15 Movie Remakes That Might Have Been Better Than The Originals

Sarunyu L / Shutterstock.com

Classic movies have a special place in our hearts, often regarded as masterpieces that have stood the test of time. However, creating modern remakes of classic films has risen in popularity in recent years as an attempt to bring them to a new generation of audiences. While some remakes are successful in capturing the essence of the original, others fall short of capturing the magic that made the original film a classic. But out of all of these beloved films and their modern counterpart, which of them is worth watching?

King Kong (1933) vs. King Kong (2005)

King Kong (1933)/themoviedb.org

The original “King Kong” is a groundbreaking film that set the standard for action-packed monster movies today. Besides, who doesn’t recognize the iconic scene of this massive gorilla climbing the Empire State Building while carrying Ann Darrow in its hand? However, the 2005 remake directed by Peter Jackson is arguably superior due to its stunning visuals and strong character development. Critics have often praised this remake for its state-of-the-art special effects and for delving deeply into the psychology of its character, all while keeping the spirit of the original film alive.

The Parent Trap (1961) vs. The Parent Trap (1998)

The Parent Trap (1998)/themoviedb.org

This original family comedy is a beloved classic that tells the story of two teenage identical twins who, after meeting each other at a summer camp, switch places and scheme to reunite their divorced parents. While the original has stood the test of time as a lighthearted film that marked a turn towards a more natural, realistic form of acting, the 1998 remake starring Lindsey Lohan is a charming and heartwarming adaptation. Numerous critics have praised this movie not only for its humor and nostalgia factor, but also for hitting more emotional moments that work better here than in the original.

Psycho (1960) vs. Psycho (1998)

Psycho (1960)/themoviedb.org

Alfred Hitchcock’s original “Psycho” is a masterpiece of suspense and psychological horror that still shocks audiences to this day. This movie, arguably considered to be Hitchcock’s most famous and influential work, set a new standard of the amount of violence considered acceptable in American films and considered to be one of the earliest examples of the slasher film genre. On the other hand, the 1998 remake directed by Gus Van Sant failed to capture the same fear and intensity of its original counterpart, making Hitchcock’s version the clear winner in this comparison.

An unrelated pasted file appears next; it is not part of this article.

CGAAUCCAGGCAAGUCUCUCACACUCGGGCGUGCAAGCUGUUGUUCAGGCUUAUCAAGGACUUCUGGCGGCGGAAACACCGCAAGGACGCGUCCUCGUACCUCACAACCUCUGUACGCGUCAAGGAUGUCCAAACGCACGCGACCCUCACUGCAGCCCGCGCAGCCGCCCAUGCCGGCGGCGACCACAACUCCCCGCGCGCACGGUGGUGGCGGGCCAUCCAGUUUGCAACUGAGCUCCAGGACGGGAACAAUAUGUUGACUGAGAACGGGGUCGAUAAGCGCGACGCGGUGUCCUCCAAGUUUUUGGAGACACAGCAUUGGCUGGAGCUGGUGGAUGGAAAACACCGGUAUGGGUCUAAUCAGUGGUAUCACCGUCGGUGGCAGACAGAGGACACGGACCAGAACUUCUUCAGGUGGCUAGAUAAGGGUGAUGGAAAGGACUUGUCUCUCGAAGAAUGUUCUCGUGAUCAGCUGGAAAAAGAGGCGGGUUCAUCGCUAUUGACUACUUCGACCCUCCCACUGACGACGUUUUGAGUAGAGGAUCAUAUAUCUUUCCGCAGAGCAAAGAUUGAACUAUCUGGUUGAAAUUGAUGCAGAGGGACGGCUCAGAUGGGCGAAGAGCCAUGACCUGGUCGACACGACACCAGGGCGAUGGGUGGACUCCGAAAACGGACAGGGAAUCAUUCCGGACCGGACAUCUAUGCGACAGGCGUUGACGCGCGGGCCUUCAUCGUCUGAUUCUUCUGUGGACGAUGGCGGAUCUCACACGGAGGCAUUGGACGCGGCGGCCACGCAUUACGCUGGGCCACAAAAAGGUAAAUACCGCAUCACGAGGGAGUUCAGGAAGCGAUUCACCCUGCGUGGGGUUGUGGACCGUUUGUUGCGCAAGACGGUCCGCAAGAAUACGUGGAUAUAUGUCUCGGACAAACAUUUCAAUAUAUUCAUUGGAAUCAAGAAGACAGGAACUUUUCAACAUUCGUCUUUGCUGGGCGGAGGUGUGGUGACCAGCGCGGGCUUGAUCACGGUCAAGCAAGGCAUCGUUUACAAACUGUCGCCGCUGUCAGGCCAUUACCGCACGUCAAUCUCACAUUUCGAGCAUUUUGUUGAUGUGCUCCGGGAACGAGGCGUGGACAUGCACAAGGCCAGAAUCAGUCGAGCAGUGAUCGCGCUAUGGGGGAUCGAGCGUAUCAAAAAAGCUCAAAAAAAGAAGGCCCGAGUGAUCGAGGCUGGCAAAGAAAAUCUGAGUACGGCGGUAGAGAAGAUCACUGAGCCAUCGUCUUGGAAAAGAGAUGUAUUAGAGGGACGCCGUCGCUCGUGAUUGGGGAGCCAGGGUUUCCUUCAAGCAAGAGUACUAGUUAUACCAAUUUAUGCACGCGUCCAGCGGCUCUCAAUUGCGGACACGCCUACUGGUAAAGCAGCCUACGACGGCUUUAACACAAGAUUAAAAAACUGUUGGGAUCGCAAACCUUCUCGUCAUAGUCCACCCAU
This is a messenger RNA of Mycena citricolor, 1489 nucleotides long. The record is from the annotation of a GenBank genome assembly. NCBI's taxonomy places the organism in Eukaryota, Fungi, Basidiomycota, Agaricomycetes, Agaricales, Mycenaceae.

Scarface (1932) vs. Scarface (1983)

Scarface (1983)/themoviedb.org

“Scarface” is a classic crime movie that depicts the rise and fall of an immigrant turned wealthy drug lord, and despite facing censorship and backlash from critics, the film established new standards for storytelling, character development, and visual style that paved the way for future gangster films. But when you think of the main character, Tony, there is probably one face that comes to mind – legendary actor Al Pacino. The 1983 remake of “Scarface” is often seen as better than the original version due to Pacino’s iconic performance as Tony, making this a must-watch for all movie lovers alike.

Beauty and the Beast (1991) vs. Beauty and the Beast (2017)

Beauty and the Beast (2017)/themoviedb.org

Over the past ten years, it seems that Disney has been on a mission to release live-action versions of beloved animated Disney movies that people of all ages have grown to love. One of the earlier releases in this live-action movement was the 2017 remake of “Beauty and the Beast,” with a star-studded cast including Emma Watson, Dan Stevens, Luke Evans and Emma Thompson. But despite its over-the-top visuals and its elaborate, detailed production and costume designs, this version lackshe charm and magic of the original animated film. The 1991 version captured the essence of the fairy tale and remains a cherished classic.